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Banff National Park

Ice Diving 

Where To Go Ice Diving | Rules & Regulations
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Where To Go Ice Diving

Most ice diving in Banff National Park takes place at Lake Minnewanka or Two Jack Lake.

Lake Minnewanka is 1450 m above sea level, 18 km long with a maximum depth of 100 m. All dives at Lake Minnewanka are cold water, altitude dives. Visibility fluctuates depending on the time of year and the number of divers at the site. Depths vary depending on the time of year, rising up to 5.5 m (18') from spring to fall.

Diving Lake Minnewanka

Rules & Regulations

Banff National Park has ice diving guidelines in place, for both public safety and environmental reasons. All ice divers are asked to comply with the following guidelines:

  • All dive groups (both private and commercial) must obtain a Restricted Activity Permit (RAP) prior to ice diving in Banff National Park. Permits, guidelines, dive sites, and proposed dates must be reviewed ahead of time with a Park Warden. For an ice diving permit, please contact: Phone: 403.762.1470; Fax: 403.762.3240
  • If you use a chainsaw to cut a hole in the ice, the chain oil must be replaced with vegetable oil to prevent water contamination.
  • Generators may be used during diving activities. However they must be located at least 3 metres away from the access hole, and placed in a waterproof base to contain any fuel or oil spills. In addition, a berm of snow should be built around the generator.
  • All litter and food garbage must be cleaned up, removed from the site at the end of the day, and disposed of in a garbage bin.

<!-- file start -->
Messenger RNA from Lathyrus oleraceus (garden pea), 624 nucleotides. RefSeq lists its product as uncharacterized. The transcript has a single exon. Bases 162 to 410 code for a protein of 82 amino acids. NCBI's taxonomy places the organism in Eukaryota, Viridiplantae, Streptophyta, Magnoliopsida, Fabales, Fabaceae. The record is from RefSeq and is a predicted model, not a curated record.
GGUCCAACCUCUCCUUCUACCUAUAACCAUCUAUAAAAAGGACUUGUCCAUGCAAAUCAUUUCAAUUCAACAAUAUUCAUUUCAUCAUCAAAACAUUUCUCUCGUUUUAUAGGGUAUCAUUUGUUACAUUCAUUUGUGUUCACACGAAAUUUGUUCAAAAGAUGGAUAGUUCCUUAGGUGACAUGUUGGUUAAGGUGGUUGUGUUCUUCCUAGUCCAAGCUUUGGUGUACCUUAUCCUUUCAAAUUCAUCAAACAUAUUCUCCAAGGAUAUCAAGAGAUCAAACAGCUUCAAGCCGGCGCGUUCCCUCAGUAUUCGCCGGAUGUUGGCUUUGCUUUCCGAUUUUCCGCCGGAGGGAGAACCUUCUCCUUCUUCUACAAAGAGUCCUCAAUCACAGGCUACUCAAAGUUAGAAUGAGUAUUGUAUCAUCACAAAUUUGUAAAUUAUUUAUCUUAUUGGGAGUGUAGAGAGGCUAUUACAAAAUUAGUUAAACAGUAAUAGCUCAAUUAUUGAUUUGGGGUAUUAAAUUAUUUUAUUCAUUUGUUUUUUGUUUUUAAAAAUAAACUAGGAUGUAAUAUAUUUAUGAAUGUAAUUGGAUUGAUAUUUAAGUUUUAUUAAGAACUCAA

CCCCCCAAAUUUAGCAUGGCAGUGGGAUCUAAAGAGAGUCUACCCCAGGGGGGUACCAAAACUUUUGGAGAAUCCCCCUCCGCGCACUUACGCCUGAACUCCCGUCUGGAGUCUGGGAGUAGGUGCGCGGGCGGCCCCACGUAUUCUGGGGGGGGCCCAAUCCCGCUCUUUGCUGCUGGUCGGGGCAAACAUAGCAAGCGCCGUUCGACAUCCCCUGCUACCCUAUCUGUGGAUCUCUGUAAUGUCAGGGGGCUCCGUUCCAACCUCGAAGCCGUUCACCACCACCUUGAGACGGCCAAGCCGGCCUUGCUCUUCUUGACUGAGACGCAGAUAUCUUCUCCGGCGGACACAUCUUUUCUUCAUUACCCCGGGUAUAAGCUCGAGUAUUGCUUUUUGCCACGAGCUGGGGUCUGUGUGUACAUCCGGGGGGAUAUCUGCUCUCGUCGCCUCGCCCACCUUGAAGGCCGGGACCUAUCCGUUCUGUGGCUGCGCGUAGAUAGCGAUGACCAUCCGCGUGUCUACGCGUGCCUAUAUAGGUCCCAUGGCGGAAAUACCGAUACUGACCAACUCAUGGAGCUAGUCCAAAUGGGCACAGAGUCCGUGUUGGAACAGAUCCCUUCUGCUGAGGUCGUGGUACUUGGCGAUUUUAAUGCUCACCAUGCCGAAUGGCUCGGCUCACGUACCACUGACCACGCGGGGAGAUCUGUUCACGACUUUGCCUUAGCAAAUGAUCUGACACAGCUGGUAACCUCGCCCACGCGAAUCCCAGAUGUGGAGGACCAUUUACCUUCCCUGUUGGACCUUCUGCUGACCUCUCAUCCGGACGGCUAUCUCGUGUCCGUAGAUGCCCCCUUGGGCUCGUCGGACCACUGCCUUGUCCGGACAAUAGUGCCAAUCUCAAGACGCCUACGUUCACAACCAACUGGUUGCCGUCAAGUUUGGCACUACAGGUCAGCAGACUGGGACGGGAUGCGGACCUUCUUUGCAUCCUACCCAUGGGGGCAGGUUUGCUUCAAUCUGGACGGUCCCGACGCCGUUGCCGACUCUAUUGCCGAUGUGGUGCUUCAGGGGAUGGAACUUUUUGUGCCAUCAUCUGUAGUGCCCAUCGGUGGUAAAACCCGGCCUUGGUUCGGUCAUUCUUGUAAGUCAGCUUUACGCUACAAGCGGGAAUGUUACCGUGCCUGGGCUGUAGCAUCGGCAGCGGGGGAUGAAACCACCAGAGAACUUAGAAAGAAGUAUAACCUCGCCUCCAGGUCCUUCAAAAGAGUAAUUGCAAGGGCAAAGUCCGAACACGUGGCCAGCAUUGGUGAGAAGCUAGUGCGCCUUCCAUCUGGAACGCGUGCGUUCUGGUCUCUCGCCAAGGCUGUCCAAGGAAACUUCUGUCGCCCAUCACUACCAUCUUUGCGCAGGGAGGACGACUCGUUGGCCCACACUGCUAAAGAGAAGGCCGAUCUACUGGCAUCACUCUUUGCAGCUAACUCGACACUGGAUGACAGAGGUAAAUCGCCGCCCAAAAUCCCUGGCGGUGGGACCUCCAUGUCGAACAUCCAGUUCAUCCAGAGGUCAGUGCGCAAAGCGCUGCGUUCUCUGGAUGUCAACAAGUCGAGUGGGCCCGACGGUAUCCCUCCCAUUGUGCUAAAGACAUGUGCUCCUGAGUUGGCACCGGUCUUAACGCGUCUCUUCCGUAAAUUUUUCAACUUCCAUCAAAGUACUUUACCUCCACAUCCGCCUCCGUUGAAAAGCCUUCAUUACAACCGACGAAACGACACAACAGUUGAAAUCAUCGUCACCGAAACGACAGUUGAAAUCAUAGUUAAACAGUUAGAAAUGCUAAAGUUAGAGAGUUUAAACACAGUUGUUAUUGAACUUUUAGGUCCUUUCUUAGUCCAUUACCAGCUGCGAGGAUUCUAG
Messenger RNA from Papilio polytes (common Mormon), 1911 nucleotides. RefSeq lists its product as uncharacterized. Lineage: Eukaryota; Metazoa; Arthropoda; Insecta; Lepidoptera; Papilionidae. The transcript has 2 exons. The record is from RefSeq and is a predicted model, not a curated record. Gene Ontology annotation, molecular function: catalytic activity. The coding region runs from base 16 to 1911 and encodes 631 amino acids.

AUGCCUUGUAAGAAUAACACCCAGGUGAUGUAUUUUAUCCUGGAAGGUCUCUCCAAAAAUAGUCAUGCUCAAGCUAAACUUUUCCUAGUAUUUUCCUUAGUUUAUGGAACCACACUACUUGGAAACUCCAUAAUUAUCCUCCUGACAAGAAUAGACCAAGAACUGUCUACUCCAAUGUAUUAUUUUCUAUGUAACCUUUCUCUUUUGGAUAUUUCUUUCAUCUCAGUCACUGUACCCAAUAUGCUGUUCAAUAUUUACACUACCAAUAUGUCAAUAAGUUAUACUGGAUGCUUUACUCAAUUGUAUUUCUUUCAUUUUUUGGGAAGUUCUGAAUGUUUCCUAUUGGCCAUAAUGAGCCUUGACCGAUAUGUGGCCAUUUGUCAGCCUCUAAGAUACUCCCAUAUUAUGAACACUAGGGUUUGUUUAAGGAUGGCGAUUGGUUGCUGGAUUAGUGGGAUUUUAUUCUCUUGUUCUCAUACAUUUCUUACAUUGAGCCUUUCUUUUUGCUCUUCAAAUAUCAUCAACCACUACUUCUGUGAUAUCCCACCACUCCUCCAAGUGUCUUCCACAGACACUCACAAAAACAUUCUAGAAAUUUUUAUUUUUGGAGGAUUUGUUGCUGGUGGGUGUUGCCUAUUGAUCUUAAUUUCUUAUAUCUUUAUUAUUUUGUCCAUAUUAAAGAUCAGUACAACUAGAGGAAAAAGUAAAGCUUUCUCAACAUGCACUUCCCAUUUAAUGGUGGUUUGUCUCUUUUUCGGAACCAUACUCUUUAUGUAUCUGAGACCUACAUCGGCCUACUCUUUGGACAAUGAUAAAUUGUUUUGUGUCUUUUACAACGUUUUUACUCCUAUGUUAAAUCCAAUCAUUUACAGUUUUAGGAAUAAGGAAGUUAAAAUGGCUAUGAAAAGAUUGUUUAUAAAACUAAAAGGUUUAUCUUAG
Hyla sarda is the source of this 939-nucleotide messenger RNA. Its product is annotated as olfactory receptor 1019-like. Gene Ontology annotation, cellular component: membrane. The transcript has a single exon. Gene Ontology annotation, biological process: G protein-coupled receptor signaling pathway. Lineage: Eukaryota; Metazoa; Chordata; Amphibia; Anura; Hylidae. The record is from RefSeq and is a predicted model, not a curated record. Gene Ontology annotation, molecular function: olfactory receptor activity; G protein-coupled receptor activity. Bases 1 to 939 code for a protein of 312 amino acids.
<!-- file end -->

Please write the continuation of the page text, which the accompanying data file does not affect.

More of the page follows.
• If possible, use park toilet facilities for all human waste. If toilets are not available, use a container that can be removed from the dive site at the end of the day.
  • All divers, attendants, and spectators must comply with the Restricted Activity Permit conditions and Ice Diving Guidelines, as well as the Canada National Parks Act and Regulations .

Commercial Groups

  • A current Banff National Park business licence is mandatory for any commercially led groups, including those conducting commercial ice diving courses.
  • Restricted Activity Permits that are issued to licensed, commercial operators allow for the exclusive use of the area within a 100 metre perimeter around the dive access hole.


  • After cutting an access hole in the ice, the cut piece of ice should be supported under the water with several 2x2s. This piece of ice can then be floated to the surface to plug the hole when vacating the site. Access holes must not be larger than 4 metres in diameter, and must be constantly supervised by an attendant on the surface.
  • To both safeguard the public and protect divers from the weather, a tent may be set up over the access hole. Ice divers' names and contact phone numbers must be attached to the tent. No overnight camping is permitted at the dive site.
  • When vacating the dive site, slide the ice plug back into place, and mark the hole with flagging tape and wands. Once the hole has re-frozen, you are responsible for removing the markings within a period of 2 weeks.
  • Parks Canada is not responsible for assessing the safety of the ice or other natural hazards in Banff National Park.
  • The Criminal Code of Canada (Section 263(1)) requires that users safeguard the opening in the ice in an appropriate manner.